What is Vibration?

This article gives you a foundational introduction to what vibrations are, and how (and why) they are displayed as FFTs.

What are Vibrations? 

Vibrations are one of the most common forms of material movement seen in our everyday lives. Vibrations consist of a periodic, often rapid back and forth movement of a material from one position to another. Almost every device around us will vibrate to some degree under normal operation, even though these vibrations may not be visible to the naked eye. 

Although vibrations are normal for operating equipment, even tiny changes in conditions can significantly impact the vibrations of a system, and, consequently, negatively affect the equipment’s performance. This is because vibrations travel, and a change in one location can propagate to another through the stretching and compression of molecules. 

Thus, loose bearings or mounting bolts, or bent and misaligned shafts, for example, will impact what vibrations we record from equipment. Further, a change in recorded vibration data or abnormal data could be a sign of machine wear or breakage and an indication that a failure could be imminent.

How is Vibration Data Displayed?

Raw Data Vibration Graph 

Recorded vibrations are often viewed as a class of functions known as sinusoids, an example of which can be viewed below. These functions consist of displacement or amplitude on the y-axis (vertical axis) and time on the x-axis (horizontal axis). 

Sinusoid
Source: https://www.technoupendra.com/2020/02/what-is-electromagnetic-distance.html


This wave can be broken down into the following sections: amplitude, wavelength (period), troughs, and crests.

This visualisation can be used to understand the frequency of the equipment, as the frequency is the inverse of the wavelength (1/Wavelength). This means that frequency and wavelength and inversely proportional - the shorter the wavelength, the higher the frequency. This is illustrated in the image below. 

Frequency
Source: https://kids.britannica.com/students/assembly/view/223513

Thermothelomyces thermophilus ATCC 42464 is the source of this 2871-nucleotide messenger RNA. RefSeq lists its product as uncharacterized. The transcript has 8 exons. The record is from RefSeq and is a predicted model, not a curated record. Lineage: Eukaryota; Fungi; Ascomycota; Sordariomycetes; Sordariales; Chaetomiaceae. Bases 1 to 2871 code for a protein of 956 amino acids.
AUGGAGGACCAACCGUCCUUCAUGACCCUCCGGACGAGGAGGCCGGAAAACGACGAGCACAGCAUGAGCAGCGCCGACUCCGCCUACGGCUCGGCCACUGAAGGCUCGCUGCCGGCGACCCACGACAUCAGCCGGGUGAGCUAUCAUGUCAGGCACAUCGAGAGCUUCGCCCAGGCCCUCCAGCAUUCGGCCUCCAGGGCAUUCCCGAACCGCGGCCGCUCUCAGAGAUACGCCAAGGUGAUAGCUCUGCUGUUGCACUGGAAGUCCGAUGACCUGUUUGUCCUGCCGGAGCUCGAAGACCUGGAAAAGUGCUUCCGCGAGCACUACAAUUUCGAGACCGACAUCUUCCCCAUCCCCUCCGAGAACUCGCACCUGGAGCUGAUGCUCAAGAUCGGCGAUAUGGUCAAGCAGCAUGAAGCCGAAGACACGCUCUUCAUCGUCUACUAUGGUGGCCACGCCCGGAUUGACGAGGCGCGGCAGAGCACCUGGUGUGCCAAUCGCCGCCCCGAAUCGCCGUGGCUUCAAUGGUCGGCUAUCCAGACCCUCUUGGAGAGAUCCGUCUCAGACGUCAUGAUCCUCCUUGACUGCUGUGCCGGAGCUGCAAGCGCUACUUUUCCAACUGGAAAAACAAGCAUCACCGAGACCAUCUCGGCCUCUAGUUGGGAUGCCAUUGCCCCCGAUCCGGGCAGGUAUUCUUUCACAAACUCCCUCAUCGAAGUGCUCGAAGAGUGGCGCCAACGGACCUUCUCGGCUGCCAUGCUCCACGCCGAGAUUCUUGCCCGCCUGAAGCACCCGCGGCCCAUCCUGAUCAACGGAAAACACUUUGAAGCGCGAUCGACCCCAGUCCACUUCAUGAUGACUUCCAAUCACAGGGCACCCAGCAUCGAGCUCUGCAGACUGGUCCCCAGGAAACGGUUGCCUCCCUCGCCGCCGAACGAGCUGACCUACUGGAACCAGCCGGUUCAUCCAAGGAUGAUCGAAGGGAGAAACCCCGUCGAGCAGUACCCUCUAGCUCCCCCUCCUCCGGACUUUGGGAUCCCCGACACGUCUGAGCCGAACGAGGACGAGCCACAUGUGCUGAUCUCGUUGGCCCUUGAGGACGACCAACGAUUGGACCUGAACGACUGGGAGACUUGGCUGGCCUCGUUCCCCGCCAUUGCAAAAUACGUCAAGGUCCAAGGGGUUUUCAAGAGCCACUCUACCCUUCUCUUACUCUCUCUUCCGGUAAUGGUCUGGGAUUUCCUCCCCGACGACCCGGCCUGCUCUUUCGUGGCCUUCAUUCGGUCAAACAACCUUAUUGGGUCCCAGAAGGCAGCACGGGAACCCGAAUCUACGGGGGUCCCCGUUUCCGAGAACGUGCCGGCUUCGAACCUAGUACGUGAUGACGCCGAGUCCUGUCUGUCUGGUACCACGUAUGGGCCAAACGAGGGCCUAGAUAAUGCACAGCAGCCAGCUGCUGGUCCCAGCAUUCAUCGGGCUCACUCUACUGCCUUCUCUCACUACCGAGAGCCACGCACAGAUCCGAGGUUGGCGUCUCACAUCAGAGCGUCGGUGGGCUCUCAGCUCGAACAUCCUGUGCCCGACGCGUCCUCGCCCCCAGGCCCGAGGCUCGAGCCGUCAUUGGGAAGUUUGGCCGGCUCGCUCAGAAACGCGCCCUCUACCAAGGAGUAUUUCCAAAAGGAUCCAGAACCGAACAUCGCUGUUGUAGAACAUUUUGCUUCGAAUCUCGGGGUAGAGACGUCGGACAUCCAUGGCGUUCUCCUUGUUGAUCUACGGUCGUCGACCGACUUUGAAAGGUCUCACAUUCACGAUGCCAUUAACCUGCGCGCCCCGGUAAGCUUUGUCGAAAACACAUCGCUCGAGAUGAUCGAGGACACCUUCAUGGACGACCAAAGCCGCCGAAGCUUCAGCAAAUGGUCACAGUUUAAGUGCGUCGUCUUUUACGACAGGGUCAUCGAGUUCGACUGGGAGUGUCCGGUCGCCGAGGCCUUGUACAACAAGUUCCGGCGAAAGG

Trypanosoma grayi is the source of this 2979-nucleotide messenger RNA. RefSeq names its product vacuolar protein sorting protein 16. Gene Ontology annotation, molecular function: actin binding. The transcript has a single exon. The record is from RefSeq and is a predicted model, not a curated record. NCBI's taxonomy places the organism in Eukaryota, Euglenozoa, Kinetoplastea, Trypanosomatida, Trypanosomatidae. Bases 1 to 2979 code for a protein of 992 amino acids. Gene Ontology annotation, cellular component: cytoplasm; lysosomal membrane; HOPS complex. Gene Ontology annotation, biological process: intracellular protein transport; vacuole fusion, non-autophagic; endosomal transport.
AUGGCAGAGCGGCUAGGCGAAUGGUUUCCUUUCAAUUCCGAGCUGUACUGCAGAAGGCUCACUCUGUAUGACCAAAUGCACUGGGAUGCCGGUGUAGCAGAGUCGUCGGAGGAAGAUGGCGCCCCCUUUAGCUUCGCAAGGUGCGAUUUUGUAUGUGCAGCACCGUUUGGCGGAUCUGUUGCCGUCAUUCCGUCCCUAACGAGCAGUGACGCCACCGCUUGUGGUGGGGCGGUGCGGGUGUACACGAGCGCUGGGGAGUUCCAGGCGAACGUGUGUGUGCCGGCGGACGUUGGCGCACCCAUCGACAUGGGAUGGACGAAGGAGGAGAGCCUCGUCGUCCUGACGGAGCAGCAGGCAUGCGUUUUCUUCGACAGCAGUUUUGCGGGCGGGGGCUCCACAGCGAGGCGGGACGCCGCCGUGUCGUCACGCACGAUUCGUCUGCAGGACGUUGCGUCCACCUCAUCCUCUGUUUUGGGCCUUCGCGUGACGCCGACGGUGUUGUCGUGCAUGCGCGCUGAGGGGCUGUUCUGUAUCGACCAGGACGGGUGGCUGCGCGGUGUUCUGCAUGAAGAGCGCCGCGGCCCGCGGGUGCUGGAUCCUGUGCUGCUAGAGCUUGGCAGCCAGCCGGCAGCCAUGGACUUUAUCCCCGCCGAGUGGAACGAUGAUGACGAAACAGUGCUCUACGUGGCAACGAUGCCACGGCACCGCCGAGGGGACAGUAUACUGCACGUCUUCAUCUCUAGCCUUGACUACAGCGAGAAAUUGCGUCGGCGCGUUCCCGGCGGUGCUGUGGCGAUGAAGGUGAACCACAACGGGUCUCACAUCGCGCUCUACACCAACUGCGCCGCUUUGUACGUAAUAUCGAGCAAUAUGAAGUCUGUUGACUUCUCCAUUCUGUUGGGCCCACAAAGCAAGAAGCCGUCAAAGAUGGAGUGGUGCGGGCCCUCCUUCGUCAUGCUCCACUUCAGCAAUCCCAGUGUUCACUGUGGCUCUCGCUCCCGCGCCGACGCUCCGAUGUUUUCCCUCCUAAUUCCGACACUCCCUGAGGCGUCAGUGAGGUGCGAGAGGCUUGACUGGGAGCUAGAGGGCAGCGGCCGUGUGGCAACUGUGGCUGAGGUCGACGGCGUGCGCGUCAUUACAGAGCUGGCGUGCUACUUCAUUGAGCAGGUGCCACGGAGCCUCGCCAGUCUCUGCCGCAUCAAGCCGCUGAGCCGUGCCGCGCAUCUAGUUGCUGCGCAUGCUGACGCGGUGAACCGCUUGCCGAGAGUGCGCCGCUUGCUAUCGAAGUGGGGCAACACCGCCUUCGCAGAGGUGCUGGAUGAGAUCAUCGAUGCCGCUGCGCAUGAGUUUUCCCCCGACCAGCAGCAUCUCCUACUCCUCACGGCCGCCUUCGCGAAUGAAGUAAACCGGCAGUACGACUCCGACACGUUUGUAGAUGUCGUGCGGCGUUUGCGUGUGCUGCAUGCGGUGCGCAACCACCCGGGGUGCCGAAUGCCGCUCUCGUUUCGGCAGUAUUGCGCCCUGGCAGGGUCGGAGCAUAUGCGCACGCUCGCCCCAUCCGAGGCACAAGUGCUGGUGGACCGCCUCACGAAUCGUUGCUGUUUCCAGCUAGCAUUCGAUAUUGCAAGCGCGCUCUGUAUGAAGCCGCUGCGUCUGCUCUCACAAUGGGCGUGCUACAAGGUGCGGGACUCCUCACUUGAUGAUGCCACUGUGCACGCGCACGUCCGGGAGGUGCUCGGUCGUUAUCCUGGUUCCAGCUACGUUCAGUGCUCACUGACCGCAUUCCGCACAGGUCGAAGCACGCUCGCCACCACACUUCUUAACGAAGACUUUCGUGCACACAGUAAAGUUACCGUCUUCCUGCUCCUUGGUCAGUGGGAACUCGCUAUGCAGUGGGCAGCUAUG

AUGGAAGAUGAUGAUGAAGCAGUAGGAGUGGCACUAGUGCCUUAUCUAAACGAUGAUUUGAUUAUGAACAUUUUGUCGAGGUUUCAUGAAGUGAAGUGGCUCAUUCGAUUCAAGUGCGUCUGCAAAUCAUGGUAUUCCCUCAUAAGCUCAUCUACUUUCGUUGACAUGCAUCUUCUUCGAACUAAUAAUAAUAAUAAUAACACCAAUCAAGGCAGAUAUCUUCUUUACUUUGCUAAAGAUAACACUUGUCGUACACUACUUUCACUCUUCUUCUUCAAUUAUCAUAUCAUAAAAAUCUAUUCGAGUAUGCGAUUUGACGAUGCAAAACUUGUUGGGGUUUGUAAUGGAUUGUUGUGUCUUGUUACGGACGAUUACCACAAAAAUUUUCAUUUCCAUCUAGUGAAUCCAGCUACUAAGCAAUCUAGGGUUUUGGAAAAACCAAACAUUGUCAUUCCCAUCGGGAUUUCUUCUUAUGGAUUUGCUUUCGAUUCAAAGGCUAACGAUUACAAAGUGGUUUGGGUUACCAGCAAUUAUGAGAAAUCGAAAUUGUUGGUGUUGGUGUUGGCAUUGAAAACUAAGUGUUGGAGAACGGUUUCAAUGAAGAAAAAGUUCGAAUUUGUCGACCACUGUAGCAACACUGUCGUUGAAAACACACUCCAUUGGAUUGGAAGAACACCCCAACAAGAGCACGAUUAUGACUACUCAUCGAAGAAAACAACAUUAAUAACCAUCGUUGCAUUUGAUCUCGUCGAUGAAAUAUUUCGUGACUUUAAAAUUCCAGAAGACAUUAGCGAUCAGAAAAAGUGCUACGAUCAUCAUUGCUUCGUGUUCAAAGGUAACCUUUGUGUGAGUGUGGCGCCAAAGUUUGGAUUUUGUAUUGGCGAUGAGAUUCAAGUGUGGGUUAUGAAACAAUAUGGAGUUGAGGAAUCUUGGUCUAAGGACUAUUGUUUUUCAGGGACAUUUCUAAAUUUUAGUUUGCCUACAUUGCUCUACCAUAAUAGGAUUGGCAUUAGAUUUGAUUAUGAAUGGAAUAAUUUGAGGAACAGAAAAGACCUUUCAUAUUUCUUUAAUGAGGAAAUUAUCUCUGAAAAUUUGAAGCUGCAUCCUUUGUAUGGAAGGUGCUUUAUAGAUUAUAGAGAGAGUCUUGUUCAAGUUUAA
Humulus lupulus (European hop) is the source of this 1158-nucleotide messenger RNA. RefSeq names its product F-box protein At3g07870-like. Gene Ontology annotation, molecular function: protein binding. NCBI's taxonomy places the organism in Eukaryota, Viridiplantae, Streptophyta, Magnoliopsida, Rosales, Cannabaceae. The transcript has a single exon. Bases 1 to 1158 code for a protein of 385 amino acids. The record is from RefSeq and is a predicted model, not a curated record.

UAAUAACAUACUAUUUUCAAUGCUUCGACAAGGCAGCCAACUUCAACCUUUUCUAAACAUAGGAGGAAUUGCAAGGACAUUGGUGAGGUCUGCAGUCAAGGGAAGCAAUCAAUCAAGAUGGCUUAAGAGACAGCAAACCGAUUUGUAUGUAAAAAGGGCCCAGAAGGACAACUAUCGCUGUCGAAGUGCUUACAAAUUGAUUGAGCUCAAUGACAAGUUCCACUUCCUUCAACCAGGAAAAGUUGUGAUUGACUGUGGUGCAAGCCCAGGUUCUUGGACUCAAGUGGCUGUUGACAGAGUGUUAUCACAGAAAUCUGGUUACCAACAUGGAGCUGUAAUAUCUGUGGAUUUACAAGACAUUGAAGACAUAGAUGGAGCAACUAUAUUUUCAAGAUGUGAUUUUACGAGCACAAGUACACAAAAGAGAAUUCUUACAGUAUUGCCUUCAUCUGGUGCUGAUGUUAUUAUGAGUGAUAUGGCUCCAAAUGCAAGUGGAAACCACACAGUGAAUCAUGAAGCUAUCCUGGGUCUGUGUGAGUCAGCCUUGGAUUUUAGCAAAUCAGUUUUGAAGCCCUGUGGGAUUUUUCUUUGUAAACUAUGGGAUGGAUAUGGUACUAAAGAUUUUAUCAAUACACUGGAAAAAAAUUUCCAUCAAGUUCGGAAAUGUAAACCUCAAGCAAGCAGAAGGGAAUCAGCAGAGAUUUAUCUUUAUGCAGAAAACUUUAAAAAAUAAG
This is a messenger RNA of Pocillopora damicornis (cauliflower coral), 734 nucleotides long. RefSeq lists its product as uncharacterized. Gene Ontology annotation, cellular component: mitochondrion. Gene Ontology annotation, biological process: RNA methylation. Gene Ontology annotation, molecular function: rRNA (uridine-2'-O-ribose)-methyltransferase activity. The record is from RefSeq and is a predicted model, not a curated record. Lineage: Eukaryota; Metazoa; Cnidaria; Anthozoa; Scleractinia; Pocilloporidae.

It’s important to note that, within real applications, the raw data a vibration monitoring device like FitMachine will produce is not clean, readable data like illustrated above. Vibrations are often much more erratic and unpredictable, as different materials vibrate at different frequencies, and separate irrelevant vibrations (known as “noise” or “chatter”) may be observed. As such, hundreds of singular vibrations can be monitored. 

However, when two or more vibrations travel through the same medium, the resulting vibration can be calculated by superimposing (adding) the vibrations together. This superposition creates one graph, plotting the multiple vibrations as one vibration. This is what the FitMachine does to create the raw data vibration graph. 

An example of this process is displayed in the following images. Here three different vibrations have been superimposed and displayed as one vibration (green). Each vibration has an amplitude of 1 and includes the frequencies of 1Hz (Red), 0.5Hz (Orange), and 0.25Hz (Blue). Hertz (Hz) is the notation for frequency per second.

Superposition

Displaying so many vibrations as one does, however, mean a vibration graph based on raw data is very messy or of little use for determining what is wrong with a machine. An example of this raw data obtained by a FitMachine is below.   

Raw Vibration Graph

Fast Fourier Transform

To resolve this, FitMachine interprets the raw data into a Fast Fourier Transform (FFT). The job of an FFT is to transform the typically messy Amplitude vs Time plot into an Amplitude vs Frequency plot, which makes understanding how much vibration is occurring at each frequency easier. You think of this as looking at the data from a different angle. In this diagram, the red chart represents the superimposed vibration graph, and the blue represents an FFT of the same vibrations. 

FFT ExplainedSource: https://www.nti-audio.com/en/support/know-how/fast-fourier-transform-fft

As a simple example, interpreting those same aforementioned vibrations with frequencies of 0.25Hz,0.5Hz and 1Hz would produce the below FFT. From reading this, you can now see that there are 3 vibrations all with amplitude 1, with differing frequencies.

Amplitude vs Frequency
In real applications, there are typically many different frequencies in the vibration profile due to noise. Thus, a typical FFT generated by a FitMachine looks like the plot below. 

This is what you'll find in our Interactive FFT feature. 

Amplitude vs Frequency FFT Real

What else should I look at?

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Thanks for reading. If you have any questions or concerns, please reach out to MOVUS Support here.